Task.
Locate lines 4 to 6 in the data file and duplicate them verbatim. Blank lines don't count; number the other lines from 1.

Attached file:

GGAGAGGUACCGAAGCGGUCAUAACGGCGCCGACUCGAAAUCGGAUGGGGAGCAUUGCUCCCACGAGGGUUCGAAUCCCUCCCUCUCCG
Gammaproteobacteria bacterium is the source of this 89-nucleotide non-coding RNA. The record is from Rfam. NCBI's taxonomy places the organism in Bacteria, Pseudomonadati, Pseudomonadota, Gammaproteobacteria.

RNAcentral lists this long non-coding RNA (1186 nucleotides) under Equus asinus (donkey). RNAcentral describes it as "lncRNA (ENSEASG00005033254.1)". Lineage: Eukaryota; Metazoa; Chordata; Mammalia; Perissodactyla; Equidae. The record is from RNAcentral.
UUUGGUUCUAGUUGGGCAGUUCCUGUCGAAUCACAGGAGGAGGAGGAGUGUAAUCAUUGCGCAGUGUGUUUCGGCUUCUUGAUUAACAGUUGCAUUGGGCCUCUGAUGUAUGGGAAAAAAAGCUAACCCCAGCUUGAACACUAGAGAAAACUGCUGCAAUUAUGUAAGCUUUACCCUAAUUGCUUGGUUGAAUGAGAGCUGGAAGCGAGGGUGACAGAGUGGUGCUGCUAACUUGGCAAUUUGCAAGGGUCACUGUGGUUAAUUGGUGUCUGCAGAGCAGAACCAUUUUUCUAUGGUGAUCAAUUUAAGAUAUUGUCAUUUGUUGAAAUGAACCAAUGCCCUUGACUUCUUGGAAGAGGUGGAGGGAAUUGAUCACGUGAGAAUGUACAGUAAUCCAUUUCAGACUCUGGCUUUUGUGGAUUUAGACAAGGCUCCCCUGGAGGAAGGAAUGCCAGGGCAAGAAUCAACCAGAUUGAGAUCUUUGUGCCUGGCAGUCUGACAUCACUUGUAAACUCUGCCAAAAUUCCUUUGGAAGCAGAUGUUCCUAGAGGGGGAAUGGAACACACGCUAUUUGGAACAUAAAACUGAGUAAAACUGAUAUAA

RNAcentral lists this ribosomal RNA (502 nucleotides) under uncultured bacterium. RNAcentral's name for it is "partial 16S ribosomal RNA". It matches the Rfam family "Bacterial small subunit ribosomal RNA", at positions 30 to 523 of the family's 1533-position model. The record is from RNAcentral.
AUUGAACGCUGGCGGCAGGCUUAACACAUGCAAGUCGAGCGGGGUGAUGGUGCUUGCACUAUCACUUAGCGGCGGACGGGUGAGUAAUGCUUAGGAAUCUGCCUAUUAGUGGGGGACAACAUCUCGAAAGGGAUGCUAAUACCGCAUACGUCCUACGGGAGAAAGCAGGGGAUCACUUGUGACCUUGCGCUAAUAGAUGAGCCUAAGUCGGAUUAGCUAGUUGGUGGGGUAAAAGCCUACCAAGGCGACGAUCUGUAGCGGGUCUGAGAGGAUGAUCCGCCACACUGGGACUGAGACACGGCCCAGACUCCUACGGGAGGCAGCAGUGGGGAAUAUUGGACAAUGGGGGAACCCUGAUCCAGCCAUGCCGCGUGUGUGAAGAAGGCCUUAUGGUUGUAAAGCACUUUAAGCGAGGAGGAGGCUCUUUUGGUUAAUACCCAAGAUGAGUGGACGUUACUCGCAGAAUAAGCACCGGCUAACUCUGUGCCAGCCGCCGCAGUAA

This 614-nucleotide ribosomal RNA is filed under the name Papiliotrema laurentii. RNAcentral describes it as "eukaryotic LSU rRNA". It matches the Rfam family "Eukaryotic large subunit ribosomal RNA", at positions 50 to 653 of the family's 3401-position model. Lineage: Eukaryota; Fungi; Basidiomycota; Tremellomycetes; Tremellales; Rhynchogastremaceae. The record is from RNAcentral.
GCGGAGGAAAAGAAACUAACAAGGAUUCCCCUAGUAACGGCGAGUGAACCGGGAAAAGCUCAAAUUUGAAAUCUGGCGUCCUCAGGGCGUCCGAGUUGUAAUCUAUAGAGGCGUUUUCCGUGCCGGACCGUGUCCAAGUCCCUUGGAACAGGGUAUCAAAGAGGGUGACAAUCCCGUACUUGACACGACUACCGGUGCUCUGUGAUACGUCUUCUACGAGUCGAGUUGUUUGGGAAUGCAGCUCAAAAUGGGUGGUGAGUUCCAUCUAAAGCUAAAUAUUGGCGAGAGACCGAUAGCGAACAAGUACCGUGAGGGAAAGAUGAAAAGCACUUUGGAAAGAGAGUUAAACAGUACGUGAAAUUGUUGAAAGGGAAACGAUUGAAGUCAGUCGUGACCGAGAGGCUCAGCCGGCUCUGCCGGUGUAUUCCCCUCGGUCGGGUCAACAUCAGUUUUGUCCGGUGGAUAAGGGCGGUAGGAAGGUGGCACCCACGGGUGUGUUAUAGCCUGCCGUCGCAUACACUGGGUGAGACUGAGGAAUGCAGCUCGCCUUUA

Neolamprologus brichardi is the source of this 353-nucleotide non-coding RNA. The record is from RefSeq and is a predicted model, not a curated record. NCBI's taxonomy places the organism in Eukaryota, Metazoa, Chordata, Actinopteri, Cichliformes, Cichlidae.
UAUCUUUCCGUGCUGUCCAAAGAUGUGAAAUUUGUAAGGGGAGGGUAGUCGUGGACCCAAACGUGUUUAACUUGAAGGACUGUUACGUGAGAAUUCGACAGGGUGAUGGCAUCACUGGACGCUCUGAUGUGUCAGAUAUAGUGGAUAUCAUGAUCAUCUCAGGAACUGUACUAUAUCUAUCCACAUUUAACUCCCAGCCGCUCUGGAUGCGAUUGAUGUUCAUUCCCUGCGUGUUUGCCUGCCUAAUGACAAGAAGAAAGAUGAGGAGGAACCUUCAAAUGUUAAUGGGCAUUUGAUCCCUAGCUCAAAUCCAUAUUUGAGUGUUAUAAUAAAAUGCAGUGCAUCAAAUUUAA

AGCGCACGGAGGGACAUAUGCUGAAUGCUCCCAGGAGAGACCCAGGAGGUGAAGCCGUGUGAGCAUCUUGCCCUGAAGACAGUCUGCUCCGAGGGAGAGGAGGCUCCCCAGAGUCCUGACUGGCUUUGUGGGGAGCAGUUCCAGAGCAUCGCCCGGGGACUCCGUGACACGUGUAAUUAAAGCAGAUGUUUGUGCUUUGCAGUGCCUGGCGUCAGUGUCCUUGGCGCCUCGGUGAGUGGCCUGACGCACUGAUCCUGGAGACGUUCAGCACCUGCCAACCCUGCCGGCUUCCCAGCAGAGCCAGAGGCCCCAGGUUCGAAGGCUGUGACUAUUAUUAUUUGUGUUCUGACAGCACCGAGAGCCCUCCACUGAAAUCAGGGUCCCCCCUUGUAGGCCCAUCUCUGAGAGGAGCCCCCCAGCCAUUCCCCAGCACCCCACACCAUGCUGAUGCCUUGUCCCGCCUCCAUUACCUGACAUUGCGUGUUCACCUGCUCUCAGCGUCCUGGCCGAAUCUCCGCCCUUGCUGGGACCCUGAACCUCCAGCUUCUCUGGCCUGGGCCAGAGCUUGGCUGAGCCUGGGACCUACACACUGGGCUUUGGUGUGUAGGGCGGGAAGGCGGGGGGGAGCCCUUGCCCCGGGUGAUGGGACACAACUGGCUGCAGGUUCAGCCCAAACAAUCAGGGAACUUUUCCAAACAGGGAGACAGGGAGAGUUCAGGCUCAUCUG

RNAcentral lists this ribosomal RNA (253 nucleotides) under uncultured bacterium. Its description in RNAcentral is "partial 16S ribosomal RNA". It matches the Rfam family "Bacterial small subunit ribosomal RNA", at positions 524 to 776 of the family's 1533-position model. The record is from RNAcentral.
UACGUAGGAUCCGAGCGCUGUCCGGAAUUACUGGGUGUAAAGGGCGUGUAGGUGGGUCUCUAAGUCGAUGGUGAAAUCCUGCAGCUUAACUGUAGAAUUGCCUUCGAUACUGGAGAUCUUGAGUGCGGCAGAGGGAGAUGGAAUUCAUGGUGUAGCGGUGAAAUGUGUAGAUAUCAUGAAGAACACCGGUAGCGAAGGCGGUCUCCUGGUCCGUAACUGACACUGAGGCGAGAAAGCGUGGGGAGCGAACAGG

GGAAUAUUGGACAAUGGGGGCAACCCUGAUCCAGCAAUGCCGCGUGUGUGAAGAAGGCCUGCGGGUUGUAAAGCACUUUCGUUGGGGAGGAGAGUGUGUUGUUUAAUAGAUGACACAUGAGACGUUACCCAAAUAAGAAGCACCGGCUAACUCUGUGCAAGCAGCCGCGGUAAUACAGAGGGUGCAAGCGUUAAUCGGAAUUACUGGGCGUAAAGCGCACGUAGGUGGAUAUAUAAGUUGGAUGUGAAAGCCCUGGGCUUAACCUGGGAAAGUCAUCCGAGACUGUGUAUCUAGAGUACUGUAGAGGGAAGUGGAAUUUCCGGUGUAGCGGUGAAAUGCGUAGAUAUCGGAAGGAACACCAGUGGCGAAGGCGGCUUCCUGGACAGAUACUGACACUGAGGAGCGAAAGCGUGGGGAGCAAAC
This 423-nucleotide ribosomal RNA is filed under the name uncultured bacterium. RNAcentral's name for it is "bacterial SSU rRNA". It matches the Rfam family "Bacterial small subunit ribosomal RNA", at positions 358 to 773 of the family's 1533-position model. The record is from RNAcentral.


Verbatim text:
UUUGGUUCUAGUUGGGCAGUUCCUGUCGAAUCACAGGAGGAGGAGGAGUGUAAUCAUUGCGCAGUGUGUUUCGGCUUCUUGAUUAACAGUUGCAUUGGGCCUCUGAUGUAUGGGAAAAAAAGCUAACCCCAGCUUGAACACUAGAGAAAACUGCUGCAAUUAUGUAAGCUUUACCCUAAUUGCUUGGUUGAAUGAGAGCUGGAAGCGAGGGUGACAGAGUGGUGCUGCUAACUUGGCAAUUUGCAAGGGUCACUGUGGUUAAUUGGUGUCUGCAGAGCAGAACCAUUUUUCUAUGGUGAUCAAUUUAAGAUAUUGUCAUUUGUUGAAAUGAACCAAUGCCCUUGACUUCUUGGAAGAGGUGGAGGGAAUUGAUCACGUGAGAAUGUACAGUAAUCCAUUUCAGACUCUGGCUUUUGUGGAUUUAGACAAGGCUCCCCUGGAGGAAGGAAUGCCAGGGCAAGAAUCAACCAGAUUGAGAUCUUUGUGCCUGGCAGUCUGACAUCACUUGUAAACUCUGCCAAAAUUCCUUUGGAAGCAGAUGUUCCUAGAGGGGGAAUGGAACACACGCUAUUUGGAACAUAAAACUGAGUAAAACUGAUAUAA

RNAcentral lists this ribosomal RNA (502 nucleotides) under uncultured bacterium. RNAcentral's name for it is "partial 16S ribosomal RNA". It matches the Rfam family "Bacterial small subunit ribosomal RNA", at positions 30 to 523 of the family's 1533-position model. The record is from RNAcentral.
AUUGAACGCUGGCGGCAGGCUUAACACAUGCAAGUCGAGCGGGGUGAUGGUGCUUGCACUAUCACUUAGCGGCGGACGGGUGAGUAAUGCUUAGGAAUCUGCCUAUUAGUGGGGGACAACAUCUCGAAAGGGAUGCUAAUACCGCAUACGUCCUACGGGAGAAAGCAGGGGAUCACUUGUGACCUUGCGCUAAUAGAUGAGCCUAAGUCGGAUUAGCUAGUUGGUGGGGUAAAAGCCUACCAAGGCGACGAUCUGUAGCGGGUCUGAGAGGAUGAUCCGCCACACUGGGACUGAGACACGGCCCAGACUCCUACGGGAGGCAGCAGUGGGGAAUAUUGGACAAUGGGGGAACCCUGAUCCAGCCAUGCCGCGUGUGUGAAGAAGGCCUUAUGGUUGUAAAGCACUUUAAGCGAGGAGGAGGCUCUUUUGGUUAAUACCCAAGAUGAGUGGACGUUACUCGCAGAAUAAGCACCGGCUAACUCUGUGCCAGCCGCCGCAGUAA